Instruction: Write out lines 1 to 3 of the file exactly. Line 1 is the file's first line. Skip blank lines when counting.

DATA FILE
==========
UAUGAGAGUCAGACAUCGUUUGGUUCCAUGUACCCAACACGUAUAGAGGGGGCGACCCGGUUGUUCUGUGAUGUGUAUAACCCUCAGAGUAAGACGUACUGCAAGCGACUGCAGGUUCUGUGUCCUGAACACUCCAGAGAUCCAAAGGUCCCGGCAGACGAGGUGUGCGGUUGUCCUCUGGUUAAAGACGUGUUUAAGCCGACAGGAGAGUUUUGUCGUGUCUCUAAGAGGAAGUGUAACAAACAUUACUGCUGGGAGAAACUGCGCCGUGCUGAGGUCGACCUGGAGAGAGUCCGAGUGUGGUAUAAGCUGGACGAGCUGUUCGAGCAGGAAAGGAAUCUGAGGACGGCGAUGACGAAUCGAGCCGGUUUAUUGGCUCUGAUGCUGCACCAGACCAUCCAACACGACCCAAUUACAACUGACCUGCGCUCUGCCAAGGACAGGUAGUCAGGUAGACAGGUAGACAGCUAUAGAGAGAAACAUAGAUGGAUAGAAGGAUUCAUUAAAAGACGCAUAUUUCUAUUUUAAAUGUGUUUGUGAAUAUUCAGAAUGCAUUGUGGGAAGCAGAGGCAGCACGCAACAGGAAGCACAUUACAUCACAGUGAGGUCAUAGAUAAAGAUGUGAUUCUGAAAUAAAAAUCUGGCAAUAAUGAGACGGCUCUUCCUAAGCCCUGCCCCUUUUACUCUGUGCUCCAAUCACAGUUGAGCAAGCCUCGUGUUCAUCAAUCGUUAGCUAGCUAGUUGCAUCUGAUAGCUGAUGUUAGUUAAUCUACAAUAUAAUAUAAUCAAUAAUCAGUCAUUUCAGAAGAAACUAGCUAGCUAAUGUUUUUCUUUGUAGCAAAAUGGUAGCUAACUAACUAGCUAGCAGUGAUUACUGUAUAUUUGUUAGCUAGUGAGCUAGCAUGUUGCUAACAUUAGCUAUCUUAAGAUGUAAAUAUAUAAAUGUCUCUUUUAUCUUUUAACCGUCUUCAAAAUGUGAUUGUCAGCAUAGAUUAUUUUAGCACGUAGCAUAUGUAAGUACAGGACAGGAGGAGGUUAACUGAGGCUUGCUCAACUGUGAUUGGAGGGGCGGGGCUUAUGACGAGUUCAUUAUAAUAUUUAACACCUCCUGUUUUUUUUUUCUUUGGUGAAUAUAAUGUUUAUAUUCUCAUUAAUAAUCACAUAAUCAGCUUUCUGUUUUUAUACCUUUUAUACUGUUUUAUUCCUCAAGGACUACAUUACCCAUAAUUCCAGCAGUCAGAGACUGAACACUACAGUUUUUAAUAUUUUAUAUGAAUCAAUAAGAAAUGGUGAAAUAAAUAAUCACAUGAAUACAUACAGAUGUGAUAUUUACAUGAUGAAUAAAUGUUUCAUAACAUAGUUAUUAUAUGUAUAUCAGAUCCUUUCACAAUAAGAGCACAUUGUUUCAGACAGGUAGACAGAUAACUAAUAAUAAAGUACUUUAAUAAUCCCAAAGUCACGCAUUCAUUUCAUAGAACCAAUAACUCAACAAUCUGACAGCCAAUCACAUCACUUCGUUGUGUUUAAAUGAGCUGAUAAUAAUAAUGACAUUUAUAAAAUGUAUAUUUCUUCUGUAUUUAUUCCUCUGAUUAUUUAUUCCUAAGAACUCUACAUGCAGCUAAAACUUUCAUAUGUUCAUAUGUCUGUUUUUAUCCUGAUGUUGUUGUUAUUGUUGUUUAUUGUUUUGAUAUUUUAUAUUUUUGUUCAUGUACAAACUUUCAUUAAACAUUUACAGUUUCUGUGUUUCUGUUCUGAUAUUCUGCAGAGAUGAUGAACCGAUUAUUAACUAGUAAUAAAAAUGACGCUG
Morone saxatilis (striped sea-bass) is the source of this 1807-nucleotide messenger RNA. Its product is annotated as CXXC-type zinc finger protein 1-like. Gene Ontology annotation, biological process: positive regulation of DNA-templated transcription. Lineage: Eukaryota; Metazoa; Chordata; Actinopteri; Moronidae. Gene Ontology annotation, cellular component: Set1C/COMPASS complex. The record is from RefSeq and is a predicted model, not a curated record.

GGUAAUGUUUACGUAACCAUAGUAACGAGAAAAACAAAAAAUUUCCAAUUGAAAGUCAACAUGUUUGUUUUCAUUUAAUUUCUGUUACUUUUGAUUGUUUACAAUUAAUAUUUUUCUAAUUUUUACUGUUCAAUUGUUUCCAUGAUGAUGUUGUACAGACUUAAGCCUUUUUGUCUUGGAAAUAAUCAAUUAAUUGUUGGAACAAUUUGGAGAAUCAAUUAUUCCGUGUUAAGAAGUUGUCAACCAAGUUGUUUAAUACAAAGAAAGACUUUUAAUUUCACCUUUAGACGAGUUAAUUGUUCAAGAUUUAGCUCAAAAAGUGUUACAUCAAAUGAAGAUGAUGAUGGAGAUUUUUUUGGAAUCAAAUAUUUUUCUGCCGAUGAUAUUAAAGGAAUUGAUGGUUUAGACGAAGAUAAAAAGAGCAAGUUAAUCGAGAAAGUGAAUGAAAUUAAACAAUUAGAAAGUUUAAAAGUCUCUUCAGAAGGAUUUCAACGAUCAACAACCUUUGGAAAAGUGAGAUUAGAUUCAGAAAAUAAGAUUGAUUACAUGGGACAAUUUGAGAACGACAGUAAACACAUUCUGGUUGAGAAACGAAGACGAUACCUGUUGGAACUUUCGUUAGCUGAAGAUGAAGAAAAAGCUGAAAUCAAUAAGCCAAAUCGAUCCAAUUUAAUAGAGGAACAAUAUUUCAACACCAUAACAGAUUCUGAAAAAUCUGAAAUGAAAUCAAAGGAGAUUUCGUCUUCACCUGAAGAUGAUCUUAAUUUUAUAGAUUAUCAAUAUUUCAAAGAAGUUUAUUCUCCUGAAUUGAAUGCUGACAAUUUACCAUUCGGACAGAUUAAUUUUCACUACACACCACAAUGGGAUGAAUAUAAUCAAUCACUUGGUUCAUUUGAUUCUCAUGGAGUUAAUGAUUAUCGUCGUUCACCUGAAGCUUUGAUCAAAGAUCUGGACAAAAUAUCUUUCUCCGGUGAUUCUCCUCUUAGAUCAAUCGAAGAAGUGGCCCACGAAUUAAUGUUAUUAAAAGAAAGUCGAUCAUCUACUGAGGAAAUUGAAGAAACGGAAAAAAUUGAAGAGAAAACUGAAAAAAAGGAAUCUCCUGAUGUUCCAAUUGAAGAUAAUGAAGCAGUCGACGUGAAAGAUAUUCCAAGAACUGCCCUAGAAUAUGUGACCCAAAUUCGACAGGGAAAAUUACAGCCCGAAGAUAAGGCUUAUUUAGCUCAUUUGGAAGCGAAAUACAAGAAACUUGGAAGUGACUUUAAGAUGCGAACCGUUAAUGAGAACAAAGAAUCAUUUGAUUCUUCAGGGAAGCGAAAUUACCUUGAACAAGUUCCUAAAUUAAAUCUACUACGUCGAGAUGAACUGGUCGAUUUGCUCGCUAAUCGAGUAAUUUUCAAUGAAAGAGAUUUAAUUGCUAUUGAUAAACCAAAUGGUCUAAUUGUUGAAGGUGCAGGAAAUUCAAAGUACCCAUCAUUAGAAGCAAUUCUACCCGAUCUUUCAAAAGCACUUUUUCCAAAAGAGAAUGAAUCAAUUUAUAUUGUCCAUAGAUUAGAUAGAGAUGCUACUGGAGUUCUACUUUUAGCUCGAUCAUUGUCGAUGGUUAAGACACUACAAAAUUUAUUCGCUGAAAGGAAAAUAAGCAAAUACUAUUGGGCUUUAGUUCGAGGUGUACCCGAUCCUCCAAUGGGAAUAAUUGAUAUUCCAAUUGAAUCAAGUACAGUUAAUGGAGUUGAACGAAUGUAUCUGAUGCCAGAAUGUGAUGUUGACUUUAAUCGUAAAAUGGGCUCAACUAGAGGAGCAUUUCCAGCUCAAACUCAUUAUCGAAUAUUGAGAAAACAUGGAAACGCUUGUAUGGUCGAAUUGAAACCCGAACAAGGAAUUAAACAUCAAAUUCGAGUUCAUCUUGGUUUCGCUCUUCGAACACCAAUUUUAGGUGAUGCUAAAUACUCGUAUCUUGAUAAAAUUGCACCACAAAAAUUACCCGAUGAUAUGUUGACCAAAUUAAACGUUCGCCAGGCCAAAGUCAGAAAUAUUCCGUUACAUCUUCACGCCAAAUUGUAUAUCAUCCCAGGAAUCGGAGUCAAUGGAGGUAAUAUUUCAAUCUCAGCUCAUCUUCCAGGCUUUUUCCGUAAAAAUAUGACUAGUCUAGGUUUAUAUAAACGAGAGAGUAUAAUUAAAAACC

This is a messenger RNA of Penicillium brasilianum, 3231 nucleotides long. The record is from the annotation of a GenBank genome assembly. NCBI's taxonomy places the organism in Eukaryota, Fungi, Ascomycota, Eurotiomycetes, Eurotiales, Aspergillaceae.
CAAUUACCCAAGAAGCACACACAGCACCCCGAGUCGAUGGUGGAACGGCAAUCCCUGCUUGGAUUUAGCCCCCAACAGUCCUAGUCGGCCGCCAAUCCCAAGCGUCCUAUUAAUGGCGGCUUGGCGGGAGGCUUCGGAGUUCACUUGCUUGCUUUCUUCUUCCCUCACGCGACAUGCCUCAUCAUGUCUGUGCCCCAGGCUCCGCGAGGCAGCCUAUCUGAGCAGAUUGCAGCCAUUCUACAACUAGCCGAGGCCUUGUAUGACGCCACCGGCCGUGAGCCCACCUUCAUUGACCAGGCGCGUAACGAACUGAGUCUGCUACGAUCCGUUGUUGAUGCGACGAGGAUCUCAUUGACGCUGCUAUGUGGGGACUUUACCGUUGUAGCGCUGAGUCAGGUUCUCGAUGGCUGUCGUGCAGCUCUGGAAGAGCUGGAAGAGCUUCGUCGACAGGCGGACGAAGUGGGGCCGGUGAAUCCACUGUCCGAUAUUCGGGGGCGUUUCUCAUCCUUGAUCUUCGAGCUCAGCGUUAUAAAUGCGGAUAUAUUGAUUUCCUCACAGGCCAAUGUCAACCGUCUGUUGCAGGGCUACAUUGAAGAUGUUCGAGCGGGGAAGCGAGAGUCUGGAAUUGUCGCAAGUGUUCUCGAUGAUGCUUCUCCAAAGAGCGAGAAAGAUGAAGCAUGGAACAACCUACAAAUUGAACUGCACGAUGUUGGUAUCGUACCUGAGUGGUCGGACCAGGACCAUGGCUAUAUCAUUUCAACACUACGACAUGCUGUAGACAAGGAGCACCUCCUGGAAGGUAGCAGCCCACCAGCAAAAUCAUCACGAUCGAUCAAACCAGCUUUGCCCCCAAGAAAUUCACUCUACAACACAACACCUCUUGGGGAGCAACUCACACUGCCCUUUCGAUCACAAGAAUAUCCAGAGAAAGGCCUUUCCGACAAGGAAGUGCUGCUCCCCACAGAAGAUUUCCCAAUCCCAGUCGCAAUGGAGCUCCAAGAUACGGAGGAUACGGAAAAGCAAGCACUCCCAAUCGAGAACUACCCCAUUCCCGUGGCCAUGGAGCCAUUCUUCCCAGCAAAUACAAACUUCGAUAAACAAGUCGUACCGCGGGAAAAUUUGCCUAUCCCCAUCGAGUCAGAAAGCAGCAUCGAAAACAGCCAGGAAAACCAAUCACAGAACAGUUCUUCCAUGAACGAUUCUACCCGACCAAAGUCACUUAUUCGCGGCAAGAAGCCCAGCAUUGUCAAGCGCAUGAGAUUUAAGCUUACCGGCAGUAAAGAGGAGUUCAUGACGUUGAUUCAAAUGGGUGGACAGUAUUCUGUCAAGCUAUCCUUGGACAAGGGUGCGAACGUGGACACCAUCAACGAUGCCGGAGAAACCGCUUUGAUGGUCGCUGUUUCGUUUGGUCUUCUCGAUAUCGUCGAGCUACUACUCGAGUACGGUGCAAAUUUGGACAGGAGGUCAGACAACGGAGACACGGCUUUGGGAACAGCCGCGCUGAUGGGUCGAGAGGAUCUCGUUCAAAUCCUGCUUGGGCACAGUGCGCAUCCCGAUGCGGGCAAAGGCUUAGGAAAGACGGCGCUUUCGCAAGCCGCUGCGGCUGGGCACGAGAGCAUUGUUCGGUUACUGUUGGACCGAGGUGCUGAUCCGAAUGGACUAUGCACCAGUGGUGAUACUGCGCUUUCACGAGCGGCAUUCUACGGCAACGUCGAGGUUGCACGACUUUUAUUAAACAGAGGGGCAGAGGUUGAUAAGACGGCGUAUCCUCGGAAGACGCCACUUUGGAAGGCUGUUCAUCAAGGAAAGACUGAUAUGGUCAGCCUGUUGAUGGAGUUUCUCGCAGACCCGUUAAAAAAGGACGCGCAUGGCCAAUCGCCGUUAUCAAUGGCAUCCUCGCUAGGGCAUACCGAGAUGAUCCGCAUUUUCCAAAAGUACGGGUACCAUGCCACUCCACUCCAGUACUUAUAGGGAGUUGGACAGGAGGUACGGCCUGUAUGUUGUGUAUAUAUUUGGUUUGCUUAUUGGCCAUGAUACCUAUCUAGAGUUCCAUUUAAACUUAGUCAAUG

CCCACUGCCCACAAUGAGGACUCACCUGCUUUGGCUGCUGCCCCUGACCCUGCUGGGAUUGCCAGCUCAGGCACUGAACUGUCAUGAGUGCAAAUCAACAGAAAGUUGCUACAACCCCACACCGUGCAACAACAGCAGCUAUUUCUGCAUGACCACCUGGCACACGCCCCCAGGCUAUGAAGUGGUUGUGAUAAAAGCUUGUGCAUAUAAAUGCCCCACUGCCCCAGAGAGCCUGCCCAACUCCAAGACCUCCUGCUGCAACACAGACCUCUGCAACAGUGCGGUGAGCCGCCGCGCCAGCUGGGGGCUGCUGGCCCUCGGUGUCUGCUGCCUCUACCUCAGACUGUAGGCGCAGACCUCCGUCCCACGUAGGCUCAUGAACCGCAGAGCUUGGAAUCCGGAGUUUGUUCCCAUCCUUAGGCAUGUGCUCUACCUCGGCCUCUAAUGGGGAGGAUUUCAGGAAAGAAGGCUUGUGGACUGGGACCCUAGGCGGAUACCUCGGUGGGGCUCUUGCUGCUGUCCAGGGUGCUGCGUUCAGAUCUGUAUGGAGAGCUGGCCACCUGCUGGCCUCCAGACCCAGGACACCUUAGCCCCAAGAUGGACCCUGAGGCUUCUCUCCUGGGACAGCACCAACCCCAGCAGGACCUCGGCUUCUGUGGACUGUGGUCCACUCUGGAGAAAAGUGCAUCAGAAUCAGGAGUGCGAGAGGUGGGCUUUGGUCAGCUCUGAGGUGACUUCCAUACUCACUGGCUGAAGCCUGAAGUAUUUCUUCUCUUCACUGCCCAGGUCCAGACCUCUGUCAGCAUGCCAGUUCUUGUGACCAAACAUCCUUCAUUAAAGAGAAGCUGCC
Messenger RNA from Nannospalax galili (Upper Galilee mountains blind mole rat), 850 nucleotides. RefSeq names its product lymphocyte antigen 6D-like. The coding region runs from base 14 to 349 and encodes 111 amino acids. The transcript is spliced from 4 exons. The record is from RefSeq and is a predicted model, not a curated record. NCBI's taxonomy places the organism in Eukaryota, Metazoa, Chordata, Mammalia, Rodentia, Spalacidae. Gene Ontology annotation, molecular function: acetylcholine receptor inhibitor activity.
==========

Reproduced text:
UAUGAGAGUCAGACAUCGUUUGGUUCCAUGUACCCAACACGUAUAGAGGGGGCGACCCGGUUGUUCUGUGAUGUGUAUAACCCUCAGAGUAAGACGUACUGCAAGCGACUGCAGGUUCUGUGUCCUGAACACUCCAGAGAUCCAAAGGUCCCGGCAGACGAGGUGUGCGGUUGUCCUCUGGUUAAAGACGUGUUUAAGCCGACAGGAGAGUUUUGUCGUGUCUCUAAGAGGAAGUGUAACAAACAUUACUGCUGGGAGAAACUGCGCCGUGCUGAGGUCGACCUGGAGAGAGUCCGAGUGUGGUAUAAGCUGGACGAGCUGUUCGAGCAGGAAAGGAAUCUGAGGACGGCGAUGACGAAUCGAGCCGGUUUAUUGGCUCUGAUGCUGCACCAGACCAUCCAACACGACCCAAUUACAACUGACCUGCGCUCUGCCAAGGACAGGUAGUCAGGUAGACAGGUAGACAGCUAUAGAGAGAAACAUAGAUGGAUAGAAGGAUUCAUUAAAAGACGCAUAUUUCUAUUUUAAAUGUGUUUGUGAAUAUUCAGAAUGCAUUGUGGGAAGCAGAGGCAGCACGCAACAGGAAGCACAUUACAUCACAGUGAGGUCAUAGAUAAAGAUGUGAUUCUGAAAUAAAAAUCUGGCAAUAAUGAGACGGCUCUUCCUAAGCCCUGCCCCUUUUACUCUGUGCUCCAAUCACAGUUGAGCAAGCCUCGUGUUCAUCAAUCGUUAGCUAGCUAGUUGCAUCUGAUAGCUGAUGUUAGUUAAUCUACAAUAUAAUAUAAUCAAUAAUCAGUCAUUUCAGAAGAAACUAGCUAGCUAAUGUUUUUCUUUGUAGCAAAAUGGUAGCUAACUAACUAGCUAGCAGUGAUUACUGUAUAUUUGUUAGCUAGUGAGCUAGCAUGUUGCUAACAUUAGCUAUCUUAAGAUGUAAAUAUAUAAAUGUCUCUUUUAUCUUUUAACCGUCUUCAAAAUGUGAUUGUCAGCAUAGAUUAUUUUAGCACGUAGCAUAUGUAAGUACAGGACAGGAGGAGGUUAACUGAGGCUUGCUCAACUGUGAUUGGAGGGGCGGGGCUUAUGACGAGUUCAUUAUAAUAUUUAACACCUCCUGUUUUUUUUUUCUUUGGUGAAUAUAAUGUUUAUAUUCUCAUUAAUAAUCACAUAAUCAGCUUUCUGUUUUUAUACCUUUUAUACUGUUUUAUUCCUCAAGGACUACAUUACCCAUAAUUCCAGCAGUCAGAGACUGAACACUACAGUUUUUAAUAUUUUAUAUGAAUCAAUAAGAAAUGGUGAAAUAAAUAAUCACAUGAAUACAUACAGAUGUGAUAUUUACAUGAUGAAUAAAUGUUUCAUAACAUAGUUAUUAUAUGUAUAUCAGAUCCUUUCACAAUAAGAGCACAUUGUUUCAGACAGGUAGACAGAUAACUAAUAAUAAAGUACUUUAAUAAUCCCAAAGUCACGCAUUCAUUUCAUAGAACCAAUAACUCAACAAUCUGACAGCCAAUCACAUCACUUCGUUGUGUUUAAAUGAGCUGAUAAUAAUAAUGACAUUUAUAAAAUGUAUAUUUCUUCUGUAUUUAUUCCUCUGAUUAUUUAUUCCUAAGAACUCUACAUGCAGCUAAAACUUUCAUAUGUUCAUAUGUCUGUUUUUAUCCUGAUGUUGUUGUUAUUGUUGUUUAUUGUUUUGAUAUUUUAUAUUUUUGUUCAUGUACAAACUUUCAUUAAACAUUUACAGUUUCUGUGUUUCUGUUCUGAUAUUCUGCAGAGAUGAUGAACCGAUUAUUAACUAGUAAUAAAAAUGACGCUG
Morone saxatilis (striped sea-bass) is the source of this 1807-nucleotide messenger RNA. Its product is annotated as CXXC-type zinc finger protein 1-like. Gene Ontology annotation, biological process: positive regulation of DNA-templated transcription. Lineage: Eukaryota; Metazoa; Chordata; Actinopteri; Moronidae. Gene Ontology annotation, cellular component: Set1C/COMPASS complex. The record is from RefSeq and is a predicted model, not a curated record.

GGUAAUGUUUACGUAACCAUAGUAACGAGAAAAACAAAAAAUUUCCAAUUGAAAGUCAACAUGUUUGUUUUCAUUUAAUUUCUGUUACUUUUGAUUGUUUACAAUUAAUAUUUUUCUAAUUUUUACUGUUCAAUUGUUUCCAUGAUGAUGUUGUACAGACUUAAGCCUUUUUGUCUUGGAAAUAAUCAAUUAAUUGUUGGAACAAUUUGGAGAAUCAAUUAUUCCGUGUUAAGAAGUUGUCAACCAAGUUGUUUAAUACAAAGAAAGACUUUUAAUUUCACCUUUAGACGAGUUAAUUGUUCAAGAUUUAGCUCAAAAAGUGUUACAUCAAAUGAAGAUGAUGAUGGAGAUUUUUUUGGAAUCAAAUAUUUUUCUGCCGAUGAUAUUAAAGGAAUUGAUGGUUUAGACGAAGAUAAAAAGAGCAAGUUAAUCGAGAAAGUGAAUGAAAUUAAACAAUUAGAAAGUUUAAAAGUCUCUUCAGAAGGAUUUCAACGAUCAACAACCUUUGGAAAAGUGAGAUUAGAUUCAGAAAAUAAGAUUGAUUACAUGGGACAAUUUGAGAACGACAGUAAACACAUUCUGGUUGAGAAACGAAGACGAUACCUGUUGGAACUUUCGUUAGCUGAAGAUGAAGAAAAAGCUGAAAUCAAUAAGCCAAAUCGAUCCAAUUUAAUAGAGGAACAAUAUUUCAACACCAUAACAGAUUCUGAAAAAUCUGAAAUGAAAUCAAAGGAGAUUUCGUCUUCACCUGAAGAUGAUCUUAAUUUUAUAGAUUAUCAAUAUUUCAAAGAAGUUUAUUCUCCUGAAUUGAAUGCUGACAAUUUACCAUUCGGACAGAUUAAUUUUCACUACACACCACAAUGGGAUGAAUAUAAUCAAUCACUUGGUUCAUUUGAUUCUCAUGGAGUUAAUGAUUAUCGUCGUUCACCUGAAGCUUUGAUCAAAGAUCUGGACAAAAUAUCUUUCUCCGGUGAUUCUCCUCUUAGAUCAAUCGAAGAAGUGGCCCACGAAUUAAUGUUAUUAAAAGAAAGUCGAUCAUCUACUGAGGAAAUUGAAGAAACGGAAAAAAUUGAAGAGAAAACUGAAAAAAAGGAAUCUCCUGAUGUUCCAAUUGAAGAUAAUGAAGCAGUCGACGUGAAAGAUAUUCCAAGAACUGCCCUAGAAUAUGUGACCCAAAUUCGACAGGGAAAAUUACAGCCCGAAGAUAAGGCUUAUUUAGCUCAUUUGGAAGCGAAAUACAAGAAACUUGGAAGUGACUUUAAGAUGCGAACCGUUAAUGAGAACAAAGAAUCAUUUGAUUCUUCAGGGAAGCGAAAUUACCUUGAACAAGUUCCUAAAUUAAAUCUACUACGUCGAGAUGAACUGGUCGAUUUGCUCGCUAAUCGAGUAAUUUUCAAUGAAAGAGAUUUAAUUGCUAUUGAUAAACCAAAUGGUCUAAUUGUUGAAGGUGCAGGAAAUUCAAAGUACCCAUCAUUAGAAGCAAUUCUACCCGAUCUUUCAAAAGCACUUUUUCCAAAAGAGAAUGAAUCAAUUUAUAUUGUCCAUAGAUUAGAUAGAGAUGCUACUGGAGUUCUACUUUUAGCUCGAUCAUUGUCGAUGGUUAAGACACUACAAAAUUUAUUCGCUGAAAGGAAAAUAAGCAAAUACUAUUGGGCUUUAGUUCGAGGUGUACCCGAUCCUCCAAUGGGAAUAAUUGAUAUUCCAAUUGAAUCAAGUACAGUUAAUGGAGUUGAACGAAUGUAUCUGAUGCCAGAAUGUGAUGUUGACUUUAAUCGUAAAAUGGGCUCAACUAGAGGAGCAUUUCCAGCUCAAACUCAUUAUCGAAUAUUGAGAAAACAUGGAAACGCUUGUAUGGUCGAAUUGAAACCCGAACAAGGAAUUAAACAUCAAAUUCGAGUUCAUCUUGGUUUCGCUCUUCGAACACCAAUUUUAGGUGAUGCUAAAUACUCGUAUCUUGAUAAAAUUGCACCACAAAAAUUACCCGAUGAUAUGUUGACCAAAUUAAACGUUCGCCAGGCCAAAGUCAGAAAUAUUCCGUUACAUCUUCACGCCAAAUUGUAUAUCAUCCCAGGAAUCGGAGUCAAUGGAGGUAAUAUUUCAAUCUCAGCUCAUCUUCCAGGCUUUUUCCGUAAAAAUAUGACUAGUCUAGGUUUAUAUAAACGAGAGAGUAUAAUUAAAAACC